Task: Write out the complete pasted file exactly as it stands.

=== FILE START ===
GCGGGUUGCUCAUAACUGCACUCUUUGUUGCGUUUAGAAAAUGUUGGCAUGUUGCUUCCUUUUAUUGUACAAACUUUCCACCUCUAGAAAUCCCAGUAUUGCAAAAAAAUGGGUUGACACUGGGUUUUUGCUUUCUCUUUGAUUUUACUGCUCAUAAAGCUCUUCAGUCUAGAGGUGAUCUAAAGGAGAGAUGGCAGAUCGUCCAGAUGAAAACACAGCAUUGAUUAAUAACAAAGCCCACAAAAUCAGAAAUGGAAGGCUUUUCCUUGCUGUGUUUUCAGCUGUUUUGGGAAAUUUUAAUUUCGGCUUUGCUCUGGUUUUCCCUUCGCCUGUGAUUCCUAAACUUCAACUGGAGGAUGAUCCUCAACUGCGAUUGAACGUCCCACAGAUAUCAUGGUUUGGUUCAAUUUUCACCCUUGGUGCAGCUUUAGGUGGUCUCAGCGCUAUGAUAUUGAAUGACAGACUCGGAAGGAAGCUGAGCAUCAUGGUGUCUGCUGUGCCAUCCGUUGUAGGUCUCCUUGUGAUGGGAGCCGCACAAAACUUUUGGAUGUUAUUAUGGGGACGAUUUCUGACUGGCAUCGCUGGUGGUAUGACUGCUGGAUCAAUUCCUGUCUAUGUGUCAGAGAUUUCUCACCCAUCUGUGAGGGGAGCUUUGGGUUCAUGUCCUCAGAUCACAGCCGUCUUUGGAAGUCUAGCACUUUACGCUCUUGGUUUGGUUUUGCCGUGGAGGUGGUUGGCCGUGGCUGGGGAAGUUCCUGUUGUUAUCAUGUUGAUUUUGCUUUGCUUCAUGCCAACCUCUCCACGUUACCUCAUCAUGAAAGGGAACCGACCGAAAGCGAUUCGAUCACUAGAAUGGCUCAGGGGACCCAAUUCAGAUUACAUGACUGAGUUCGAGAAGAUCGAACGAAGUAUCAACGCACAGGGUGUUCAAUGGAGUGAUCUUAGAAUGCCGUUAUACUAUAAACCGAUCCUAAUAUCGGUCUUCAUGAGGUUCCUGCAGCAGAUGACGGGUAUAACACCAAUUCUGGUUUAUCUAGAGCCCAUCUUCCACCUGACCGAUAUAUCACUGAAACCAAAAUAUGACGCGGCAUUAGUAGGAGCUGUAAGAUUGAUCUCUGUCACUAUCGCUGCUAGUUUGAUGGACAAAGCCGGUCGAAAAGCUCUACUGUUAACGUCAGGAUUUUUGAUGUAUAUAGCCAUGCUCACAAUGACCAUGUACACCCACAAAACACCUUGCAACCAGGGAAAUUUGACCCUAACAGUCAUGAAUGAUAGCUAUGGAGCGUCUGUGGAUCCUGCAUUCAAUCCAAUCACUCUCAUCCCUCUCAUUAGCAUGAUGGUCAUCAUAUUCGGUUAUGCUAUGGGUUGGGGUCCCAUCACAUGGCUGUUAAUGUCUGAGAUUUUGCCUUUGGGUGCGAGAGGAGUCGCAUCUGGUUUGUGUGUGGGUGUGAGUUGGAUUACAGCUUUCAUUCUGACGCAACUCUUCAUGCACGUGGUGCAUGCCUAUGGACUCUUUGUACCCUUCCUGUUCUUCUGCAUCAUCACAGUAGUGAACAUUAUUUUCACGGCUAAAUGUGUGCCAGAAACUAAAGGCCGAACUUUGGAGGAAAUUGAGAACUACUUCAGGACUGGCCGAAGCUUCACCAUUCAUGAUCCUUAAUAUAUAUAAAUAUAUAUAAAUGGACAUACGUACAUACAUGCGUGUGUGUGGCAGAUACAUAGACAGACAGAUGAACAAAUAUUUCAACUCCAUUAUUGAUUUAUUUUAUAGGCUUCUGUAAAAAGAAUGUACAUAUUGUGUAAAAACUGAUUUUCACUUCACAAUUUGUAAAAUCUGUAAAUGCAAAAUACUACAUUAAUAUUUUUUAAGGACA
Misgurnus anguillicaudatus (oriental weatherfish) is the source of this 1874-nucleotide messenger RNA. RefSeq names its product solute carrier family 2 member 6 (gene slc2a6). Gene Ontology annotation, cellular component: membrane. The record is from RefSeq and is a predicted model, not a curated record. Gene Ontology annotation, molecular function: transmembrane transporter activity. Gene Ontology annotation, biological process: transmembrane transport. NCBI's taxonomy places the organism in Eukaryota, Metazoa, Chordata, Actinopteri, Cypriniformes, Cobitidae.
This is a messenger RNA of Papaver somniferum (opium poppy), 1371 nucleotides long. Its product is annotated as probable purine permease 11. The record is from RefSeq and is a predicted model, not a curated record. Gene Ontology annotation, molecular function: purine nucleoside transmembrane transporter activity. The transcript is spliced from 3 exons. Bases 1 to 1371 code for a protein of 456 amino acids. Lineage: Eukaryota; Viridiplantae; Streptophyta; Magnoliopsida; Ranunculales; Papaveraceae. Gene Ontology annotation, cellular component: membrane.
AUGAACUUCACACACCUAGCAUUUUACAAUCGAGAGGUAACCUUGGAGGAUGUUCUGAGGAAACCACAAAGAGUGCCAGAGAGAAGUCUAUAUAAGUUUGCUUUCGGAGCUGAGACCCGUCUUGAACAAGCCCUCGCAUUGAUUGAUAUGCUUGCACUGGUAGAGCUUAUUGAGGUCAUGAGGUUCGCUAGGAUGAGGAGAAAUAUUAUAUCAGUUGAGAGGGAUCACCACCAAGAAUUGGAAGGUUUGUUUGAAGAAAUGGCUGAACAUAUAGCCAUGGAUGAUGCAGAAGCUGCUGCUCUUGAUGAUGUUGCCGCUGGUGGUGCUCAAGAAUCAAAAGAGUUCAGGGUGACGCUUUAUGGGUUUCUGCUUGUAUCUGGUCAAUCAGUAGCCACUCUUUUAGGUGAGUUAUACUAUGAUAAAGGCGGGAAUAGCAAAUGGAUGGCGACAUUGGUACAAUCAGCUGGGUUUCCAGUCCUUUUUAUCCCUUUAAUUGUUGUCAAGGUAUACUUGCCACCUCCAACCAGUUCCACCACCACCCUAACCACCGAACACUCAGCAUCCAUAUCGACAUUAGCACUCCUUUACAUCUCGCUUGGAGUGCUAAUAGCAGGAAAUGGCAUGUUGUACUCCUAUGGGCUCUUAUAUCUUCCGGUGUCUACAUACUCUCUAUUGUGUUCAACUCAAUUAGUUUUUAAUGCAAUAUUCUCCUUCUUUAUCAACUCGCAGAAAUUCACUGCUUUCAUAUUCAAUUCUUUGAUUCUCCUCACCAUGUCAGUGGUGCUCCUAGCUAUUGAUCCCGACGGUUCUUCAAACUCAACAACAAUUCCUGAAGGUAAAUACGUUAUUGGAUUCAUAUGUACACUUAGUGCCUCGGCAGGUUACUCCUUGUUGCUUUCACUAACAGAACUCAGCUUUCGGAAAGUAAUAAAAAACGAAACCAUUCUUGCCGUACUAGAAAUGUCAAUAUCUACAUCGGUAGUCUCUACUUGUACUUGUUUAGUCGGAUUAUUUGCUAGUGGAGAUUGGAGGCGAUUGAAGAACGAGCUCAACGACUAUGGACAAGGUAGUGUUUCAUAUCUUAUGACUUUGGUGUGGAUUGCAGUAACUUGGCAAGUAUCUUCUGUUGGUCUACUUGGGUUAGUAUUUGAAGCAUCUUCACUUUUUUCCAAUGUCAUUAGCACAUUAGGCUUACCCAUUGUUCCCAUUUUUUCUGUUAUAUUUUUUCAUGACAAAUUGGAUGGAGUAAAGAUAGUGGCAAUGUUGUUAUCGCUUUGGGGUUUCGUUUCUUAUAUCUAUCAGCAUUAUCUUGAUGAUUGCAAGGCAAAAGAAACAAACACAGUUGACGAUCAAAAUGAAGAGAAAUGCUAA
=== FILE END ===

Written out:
GCGGGUUGCUCAUAACUGCACUCUUUGUUGCGUUUAGAAAAUGUUGGCAUGUUGCUUCCUUUUAUUGUACAAACUUUCCACCUCUAGAAAUCCCAGUAUUGCAAAAAAAUGGGUUGACACUGGGUUUUUGCUUUCUCUUUGAUUUUACUGCUCAUAAAGCUCUUCAGUCUAGAGGUGAUCUAAAGGAGAGAUGGCAGAUCGUCCAGAUGAAAACACAGCAUUGAUUAAUAACAAAGCCCACAAAAUCAGAAAUGGAAGGCUUUUCCUUGCUGUGUUUUCAGCUGUUUUGGGAAAUUUUAAUUUCGGCUUUGCUCUGGUUUUCCCUUCGCCUGUGAUUCCUAAACUUCAACUGGAGGAUGAUCCUCAACUGCGAUUGAACGUCCCACAGAUAUCAUGGUUUGGUUCAAUUUUCACCCUUGGUGCAGCUUUAGGUGGUCUCAGCGCUAUGAUAUUGAAUGACAGACUCGGAAGGAAGCUGAGCAUCAUGGUGUCUGCUGUGCCAUCCGUUGUAGGUCUCCUUGUGAUGGGAGCCGCACAAAACUUUUGGAUGUUAUUAUGGGGACGAUUUCUGACUGGCAUCGCUGGUGGUAUGACUGCUGGAUCAAUUCCUGUCUAUGUGUCAGAGAUUUCUCACCCAUCUGUGAGGGGAGCUUUGGGUUCAUGUCCUCAGAUCACAGCCGUCUUUGGAAGUCUAGCACUUUACGCUCUUGGUUUGGUUUUGCCGUGGAGGUGGUUGGCCGUGGCUGGGGAAGUUCCUGUUGUUAUCAUGUUGAUUUUGCUUUGCUUCAUGCCAACCUCUCCACGUUACCUCAUCAUGAAAGGGAACCGACCGAAAGCGAUUCGAUCACUAGAAUGGCUCAGGGGACCCAAUUCAGAUUACAUGACUGAGUUCGAGAAGAUCGAACGAAGUAUCAACGCACAGGGUGUUCAAUGGAGUGAUCUUAGAAUGCCGUUAUACUAUAAACCGAUCCUAAUAUCGGUCUUCAUGAGGUUCCUGCAGCAGAUGACGGGUAUAACACCAAUUCUGGUUUAUCUAGAGCCCAUCUUCCACCUGACCGAUAUAUCACUGAAACCAAAAUAUGACGCGGCAUUAGUAGGAGCUGUAAGAUUGAUCUCUGUCACUAUCGCUGCUAGUUUGAUGGACAAAGCCGGUCGAAAAGCUCUACUGUUAACGUCAGGAUUUUUGAUGUAUAUAGCCAUGCUCACAAUGACCAUGUACACCCACAAAACACCUUGCAACCAGGGAAAUUUGACCCUAACAGUCAUGAAUGAUAGCUAUGGAGCGUCUGUGGAUCCUGCAUUCAAUCCAAUCACUCUCAUCCCUCUCAUUAGCAUGAUGGUCAUCAUAUUCGGUUAUGCUAUGGGUUGGGGUCCCAUCACAUGGCUGUUAAUGUCUGAGAUUUUGCCUUUGGGUGCGAGAGGAGUCGCAUCUGGUUUGUGUGUGGGUGUGAGUUGGAUUACAGCUUUCAUUCUGACGCAACUCUUCAUGCACGUGGUGCAUGCCUAUGGACUCUUUGUACCCUUCCUGUUCUUCUGCAUCAUCACAGUAGUGAACAUUAUUUUCACGGCUAAAUGUGUGCCAGAAACUAAAGGCCGAACUUUGGAGGAAAUUGAGAACUACUUCAGGACUGGCCGAAGCUUCACCAUUCAUGAUCCUUAAUAUAUAUAAAUAUAUAUAAAUGGACAUACGUACAUACAUGCGUGUGUGUGGCAGAUACAUAGACAGACAGAUGAACAAAUAUUUCAACUCCAUUAUUGAUUUAUUUUAUAGGCUUCUGUAAAAAGAAUGUACAUAUUGUGUAAAAACUGAUUUUCACUUCACAAUUUGUAAAAUCUGUAAAUGCAAAAUACUACAUUAAUAUUUUUUAAGGACA
Misgurnus anguillicaudatus (oriental weatherfish) is the source of this 1874-nucleotide messenger RNA. RefSeq names its product solute carrier family 2 member 6 (gene slc2a6). Gene Ontology annotation, cellular component: membrane. The record is from RefSeq and is a predicted model, not a curated record. Gene Ontology annotation, molecular function: transmembrane transporter activity. Gene Ontology annotation, biological process: transmembrane transport. NCBI's taxonomy places the organism in Eukaryota, Metazoa, Chordata, Actinopteri, Cypriniformes, Cobitidae.
This is a messenger RNA of Papaver somniferum (opium poppy), 1371 nucleotides long. Its product is annotated as probable purine permease 11. The record is from RefSeq and is a predicted model, not a curated record. Gene Ontology annotation, molecular function: purine nucleoside transmembrane transporter activity. The transcript is spliced from 3 exons. Bases 1 to 1371 code for a protein of 456 amino acids. Lineage: Eukaryota; Viridiplantae; Streptophyta; Magnoliopsida; Ranunculales; Papaveraceae. Gene Ontology annotation, cellular component: membrane.
AUGAACUUCACACACCUAGCAUUUUACAAUCGAGAGGUAACCUUGGAGGAUGUUCUGAGGAAACCACAAAGAGUGCCAGAGAGAAGUCUAUAUAAGUUUGCUUUCGGAGCUGAGACCCGUCUUGAACAAGCCCUCGCAUUGAUUGAUAUGCUUGCACUGGUAGAGCUUAUUGAGGUCAUGAGGUUCGCUAGGAUGAGGAGAAAUAUUAUAUCAGUUGAGAGGGAUCACCACCAAGAAUUGGAAGGUUUGUUUGAAGAAAUGGCUGAACAUAUAGCCAUGGAUGAUGCAGAAGCUGCUGCUCUUGAUGAUGUUGCCGCUGGUGGUGCUCAAGAAUCAAAAGAGUUCAGGGUGACGCUUUAUGGGUUUCUGCUUGUAUCUGGUCAAUCAGUAGCCACUCUUUUAGGUGAGUUAUACUAUGAUAAAGGCGGGAAUAGCAAAUGGAUGGCGACAUUGGUACAAUCAGCUGGGUUUCCAGUCCUUUUUAUCCCUUUAAUUGUUGUCAAGGUAUACUUGCCACCUCCAACCAGUUCCACCACCACCCUAACCACCGAACACUCAGCAUCCAUAUCGACAUUAGCACUCCUUUACAUCUCGCUUGGAGUGCUAAUAGCAGGAAAUGGCAUGUUGUACUCCUAUGGGCUCUUAUAUCUUCCGGUGUCUACAUACUCUCUAUUGUGUUCAACUCAAUUAGUUUUUAAUGCAAUAUUCUCCUUCUUUAUCAACUCGCAGAAAUUCACUGCUUUCAUAUUCAAUUCUUUGAUUCUCCUCACCAUGUCAGUGGUGCUCCUAGCUAUUGAUCCCGACGGUUCUUCAAACUCAACAACAAUUCCUGAAGGUAAAUACGUUAUUGGAUUCAUAUGUACACUUAGUGCCUCGGCAGGUUACUCCUUGUUGCUUUCACUAACAGAACUCAGCUUUCGGAAAGUAAUAAAAAACGAAACCAUUCUUGCCGUACUAGAAAUGUCAAUAUCUACAUCGGUAGUCUCUACUUGUACUUGUUUAGUCGGAUUAUUUGCUAGUGGAGAUUGGAGGCGAUUGAAGAACGAGCUCAACGACUAUGGACAAGGUAGUGUUUCAUAUCUUAUGACUUUGGUGUGGAUUGCAGUAACUUGGCAAGUAUCUUCUGUUGGUCUACUUGGGUUAGUAUUUGAAGCAUCUUCACUUUUUUCCAAUGUCAUUAGCACAUUAGGCUUACCCAUUGUUCCCAUUUUUUCUGUUAUAUUUUUUCAUGACAAAUUGGAUGGAGUAAAGAUAGUGGCAAUGUUGUUAUCGCUUUGGGGUUUCGUUUCUUAUAUCUAUCAGCAUUAUCUUGAUGAUUGCAAGGCAAAAGAAACAAACACAGUUGACGAUCAAAAUGAAGAGAAAUGCUAA